We have a “whitebox” cluster with 16 nodes - each has a multicore CPU and a single GPU connected by gigabit ethernet. Typically we have 3-4 simultaneous users and most of our usage either falls into many small, single GPU jobs, or large, many node MPI based domain decomposition type simulations, and having more nodes is good for both scenarios. If you are mostly planning to have a single user, or your code is very GPU heavy and multi-GPU friendly, and host CPU light, then fewer nodes and more GPUs per host is probably preferable.

The GTX470 is probably the best “bang-for-buck” consumer card at the moment. What you host the cards in, and how many hosts you need depends a lot on your envisaged usage.

We have a “whitebox” cluster with 16 nodes - each has a multicore CPU and a single GPU connected by gigabit ethernet. Typically we have 3-4 simultaneous users and most of our usage either falls into many small, single GPU jobs, or large, many node MPI based domain decomposition type simulations, and having more nodes is good for both scenarios. If you are mostly planning to have a single user, or your code is very GPU heavy and multi-GPU friendly, and host CPU light, then fewer nodes and more GPUs per host is probably preferable.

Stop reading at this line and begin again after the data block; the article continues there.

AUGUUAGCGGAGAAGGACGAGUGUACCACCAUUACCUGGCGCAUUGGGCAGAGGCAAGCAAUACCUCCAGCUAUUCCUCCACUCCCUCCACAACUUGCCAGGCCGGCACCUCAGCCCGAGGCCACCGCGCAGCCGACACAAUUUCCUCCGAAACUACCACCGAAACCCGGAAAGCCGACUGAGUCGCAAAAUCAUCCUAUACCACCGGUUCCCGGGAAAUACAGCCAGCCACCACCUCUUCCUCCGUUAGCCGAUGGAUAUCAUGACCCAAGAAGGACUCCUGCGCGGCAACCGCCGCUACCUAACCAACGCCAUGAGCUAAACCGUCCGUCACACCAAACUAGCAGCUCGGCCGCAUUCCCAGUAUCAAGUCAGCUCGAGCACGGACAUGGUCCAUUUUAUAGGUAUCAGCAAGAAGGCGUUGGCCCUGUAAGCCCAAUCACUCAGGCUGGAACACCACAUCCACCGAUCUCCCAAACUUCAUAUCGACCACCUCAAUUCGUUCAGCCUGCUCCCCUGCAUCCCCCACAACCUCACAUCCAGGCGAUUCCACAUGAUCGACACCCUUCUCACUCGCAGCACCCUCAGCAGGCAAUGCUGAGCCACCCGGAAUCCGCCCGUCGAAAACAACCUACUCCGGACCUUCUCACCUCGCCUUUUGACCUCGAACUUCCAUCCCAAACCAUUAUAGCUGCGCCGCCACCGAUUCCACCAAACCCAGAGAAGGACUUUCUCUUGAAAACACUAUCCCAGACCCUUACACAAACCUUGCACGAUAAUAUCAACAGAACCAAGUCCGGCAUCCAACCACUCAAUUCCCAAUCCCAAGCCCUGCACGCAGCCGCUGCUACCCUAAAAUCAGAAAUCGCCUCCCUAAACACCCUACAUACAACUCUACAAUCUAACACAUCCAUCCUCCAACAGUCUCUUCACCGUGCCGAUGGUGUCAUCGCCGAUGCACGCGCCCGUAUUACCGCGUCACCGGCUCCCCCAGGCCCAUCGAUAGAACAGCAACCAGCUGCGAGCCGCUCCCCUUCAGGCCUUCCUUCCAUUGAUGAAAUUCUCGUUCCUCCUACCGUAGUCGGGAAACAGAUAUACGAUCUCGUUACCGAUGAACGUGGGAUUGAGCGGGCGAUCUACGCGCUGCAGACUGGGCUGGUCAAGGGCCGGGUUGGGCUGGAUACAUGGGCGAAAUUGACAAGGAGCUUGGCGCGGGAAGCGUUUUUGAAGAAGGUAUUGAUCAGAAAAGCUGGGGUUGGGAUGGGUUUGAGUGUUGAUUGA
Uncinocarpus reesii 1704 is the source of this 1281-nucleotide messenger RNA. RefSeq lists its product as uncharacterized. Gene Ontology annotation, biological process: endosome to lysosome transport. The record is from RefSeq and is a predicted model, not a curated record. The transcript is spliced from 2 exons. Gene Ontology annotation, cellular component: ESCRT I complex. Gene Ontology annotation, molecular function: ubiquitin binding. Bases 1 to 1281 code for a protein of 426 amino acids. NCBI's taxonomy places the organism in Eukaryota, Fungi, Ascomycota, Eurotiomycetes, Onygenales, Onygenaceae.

Maybe i5-760(quad core) instead of i5-650(dual core): If you plan to upgrade to 2 GPUs later, 2 cores will be pretty busy feeding the GPUs with little reserves for calculations in CPU threads.

I second the “GTX470 instead of GTX460” for computational purposes.
If on a budget, rather use a slower dualcore-CPU and a 470.

Maybe i5-760(quad core) instead of i5-650(dual core): If you plan to upgrade to 2 GPUs later, 2 cores will be pretty busy feeding the GPUs with little reserves for calculations in CPU threads.

I second the “GTX470 instead of GTX460” for computational purposes.
If on a budget, rather use a slower dualcore-CPU and a 470.

If you are interested in future upgradeability by adding GPUs to existing nodes, I would stay away from the LGA-1156 socket processors, like the Core i5 you mention. Processors using that socket have a PCI-Express 2.0 x16 bus integrated right into the CPU and use a much slower link to the chipset, giving you the possibility of full bandwidth to only one GPU. Other sockets, like AM3 (from AMD) and LGA-1366 use a higher bandwidth link between the CPU and the chipset hosting the PCI-E bus, giving you the possibility of full bandwidth to two GPUs.